"I mentioned that he was an annoying man; here's what annoyed me the most: on the overhead projector, he wrote almost everything he said,"

This is just bad teaching practice. The professor, as you describe him, was not maximizing his student's comprehension at all.

Consider my earlier notes on Biggs (1999) [1]:

"Sustained and unchanging low-level activity lowers concentration. Sitting listening to a lecture is such an activity. Yet it requires concentrated effort to follow lecture content....

The attention span of students under these [lecture] conditions can be sustained for about 10 to 15 minutes, after which learning drops off rapidly... A short rest period, or simply a change in activity, after about 15 minutes leads to a restoration of performance almost to the original level."

The teaching you describe is one who is merely "facilitating" learning, to use your phrase, instead of "ensuring learning."

"a professor who really understands his field and has a love of teaching/learning "

Why are you assuming these two qualities go together, especially if you only want professors to be able to facilitate (not ensure) learning?

Why should a professor take any less care for his student's minds than a 4G or 5G warrior does?

Posted by: Dan tdaxp | Friday, October 27, 2006

"Why should a professor take any less care for his student's minds than a 4G or 5G warrior does?"

Because he's not trying to destroy them or supplant them or use them ...? But I wonder if a distinction between 4G and 5G should be made; that one works by disempowering cognition (in an obvious manner) while the other works by empowering it (or at least by making them think they have been empowered to think on their own). That's an interesting question you ask, Dan, and it is one that is odd to consider while considering whether a professor should take a hostile approach!

"The teaching you describe is one who is merely 'facilitating' learning, to use your phrase, instead of 'ensuring learning.' "

I don't know that dull repetition is facilitation. If the student has learned from the first mention of an idea, then repetition of it via this professor's approach (writing it down) may be more like throwing water onto a dirt path: creating mud and slowing progress. Thinking of it this way, this teacher's role seems 4G to me.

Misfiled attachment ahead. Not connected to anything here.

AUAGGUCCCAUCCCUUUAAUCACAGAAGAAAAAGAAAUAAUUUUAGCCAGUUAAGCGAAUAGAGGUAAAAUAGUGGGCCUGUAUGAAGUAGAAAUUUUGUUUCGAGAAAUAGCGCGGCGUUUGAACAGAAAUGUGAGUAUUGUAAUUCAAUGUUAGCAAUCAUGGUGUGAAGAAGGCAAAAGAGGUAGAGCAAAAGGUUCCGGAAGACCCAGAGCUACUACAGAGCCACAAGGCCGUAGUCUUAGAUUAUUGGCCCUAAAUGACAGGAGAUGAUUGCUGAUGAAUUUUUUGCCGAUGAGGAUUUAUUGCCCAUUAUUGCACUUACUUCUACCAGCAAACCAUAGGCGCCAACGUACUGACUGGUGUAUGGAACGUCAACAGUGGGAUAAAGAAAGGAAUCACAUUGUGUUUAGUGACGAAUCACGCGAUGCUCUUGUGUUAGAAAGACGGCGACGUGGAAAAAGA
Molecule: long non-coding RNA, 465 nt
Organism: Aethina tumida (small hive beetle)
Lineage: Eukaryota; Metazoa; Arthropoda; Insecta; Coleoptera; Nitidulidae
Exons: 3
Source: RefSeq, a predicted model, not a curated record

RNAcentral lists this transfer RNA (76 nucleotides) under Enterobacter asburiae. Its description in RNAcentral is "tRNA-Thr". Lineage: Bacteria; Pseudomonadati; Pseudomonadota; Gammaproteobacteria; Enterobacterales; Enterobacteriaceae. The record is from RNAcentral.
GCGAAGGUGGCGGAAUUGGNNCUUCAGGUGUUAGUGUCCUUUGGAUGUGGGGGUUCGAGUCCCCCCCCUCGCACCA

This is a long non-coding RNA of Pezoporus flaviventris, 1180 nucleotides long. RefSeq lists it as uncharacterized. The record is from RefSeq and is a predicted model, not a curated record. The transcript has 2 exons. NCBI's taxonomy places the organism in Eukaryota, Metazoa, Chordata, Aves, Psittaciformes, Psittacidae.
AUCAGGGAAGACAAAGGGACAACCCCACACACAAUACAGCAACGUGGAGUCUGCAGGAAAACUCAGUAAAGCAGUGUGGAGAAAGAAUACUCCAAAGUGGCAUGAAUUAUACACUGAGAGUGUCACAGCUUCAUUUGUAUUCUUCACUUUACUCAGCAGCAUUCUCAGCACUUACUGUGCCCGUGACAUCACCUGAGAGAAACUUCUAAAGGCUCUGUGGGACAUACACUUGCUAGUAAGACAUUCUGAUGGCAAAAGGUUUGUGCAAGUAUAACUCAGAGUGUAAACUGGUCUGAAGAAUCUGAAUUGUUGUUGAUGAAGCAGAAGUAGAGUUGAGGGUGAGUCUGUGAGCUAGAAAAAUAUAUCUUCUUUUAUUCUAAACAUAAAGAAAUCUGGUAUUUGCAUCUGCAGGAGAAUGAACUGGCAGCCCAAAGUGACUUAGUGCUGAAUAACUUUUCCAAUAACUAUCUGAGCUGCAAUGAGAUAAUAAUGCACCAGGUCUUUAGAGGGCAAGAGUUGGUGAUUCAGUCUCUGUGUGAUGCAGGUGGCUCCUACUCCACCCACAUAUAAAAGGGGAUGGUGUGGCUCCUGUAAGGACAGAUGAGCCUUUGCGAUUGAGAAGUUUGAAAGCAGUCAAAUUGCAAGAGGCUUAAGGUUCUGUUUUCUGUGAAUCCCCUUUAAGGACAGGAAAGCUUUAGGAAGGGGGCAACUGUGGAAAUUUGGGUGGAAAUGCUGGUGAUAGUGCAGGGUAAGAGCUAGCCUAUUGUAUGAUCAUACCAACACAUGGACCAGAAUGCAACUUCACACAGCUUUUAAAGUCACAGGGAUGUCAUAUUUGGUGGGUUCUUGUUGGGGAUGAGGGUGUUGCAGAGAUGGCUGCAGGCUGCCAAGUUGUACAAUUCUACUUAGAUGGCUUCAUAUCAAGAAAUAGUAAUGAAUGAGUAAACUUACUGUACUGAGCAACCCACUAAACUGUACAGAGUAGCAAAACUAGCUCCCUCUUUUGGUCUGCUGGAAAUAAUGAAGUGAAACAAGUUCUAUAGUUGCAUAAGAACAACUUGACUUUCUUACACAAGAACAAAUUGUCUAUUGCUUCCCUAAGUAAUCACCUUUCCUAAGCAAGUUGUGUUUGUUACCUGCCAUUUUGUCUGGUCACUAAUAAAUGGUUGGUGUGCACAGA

Posted by: Curtis Gale Weeks | Friday, October 27, 2006

"Because he's not trying to destroy them or supplant them or use them ...? "

If a professor isn't trying to use his students to help their comprehension, then he's some radical Behaviorist who I wouldn't want to take a class from! Of course yu should use your students to help them understand.

In a way, education if a form of cognitive domain-specific take-over, or a form of subversion. You change how they think about something in order to change their actions in some way. If a student leaves a class "unschooled," then that "education" has been a waste.

"That's an interesting question you ask, Dan, and it is one that is odd to consider while considering whether a professor should take a hostile approach!"

Not at all - unless you believe a SysAdmin should be "hostile" to the population it serves!

"I don't know that dull repetition is facilitation. "

As I understood your use, "facilitation" meant minimal-effort and "ensuring" meant maximal-effort. You implied that proffors should facilitate, and not ensure, learning, because the onus of effort should not be on the professor.

Perhaps I misunderstood your use of these terms?

Posted by: Dan tdaxp | Saturday, October 28, 2006

Many institutions limit access to their online information. Making this information available will be an asset to all.

Posted by: Research Paper | Tuesday, July 06, 2010

Speculative comments often blooms in the matters of liberal education. This is maybe not the first time, I don't know if this is meant to create relativists but the problems continues to exist.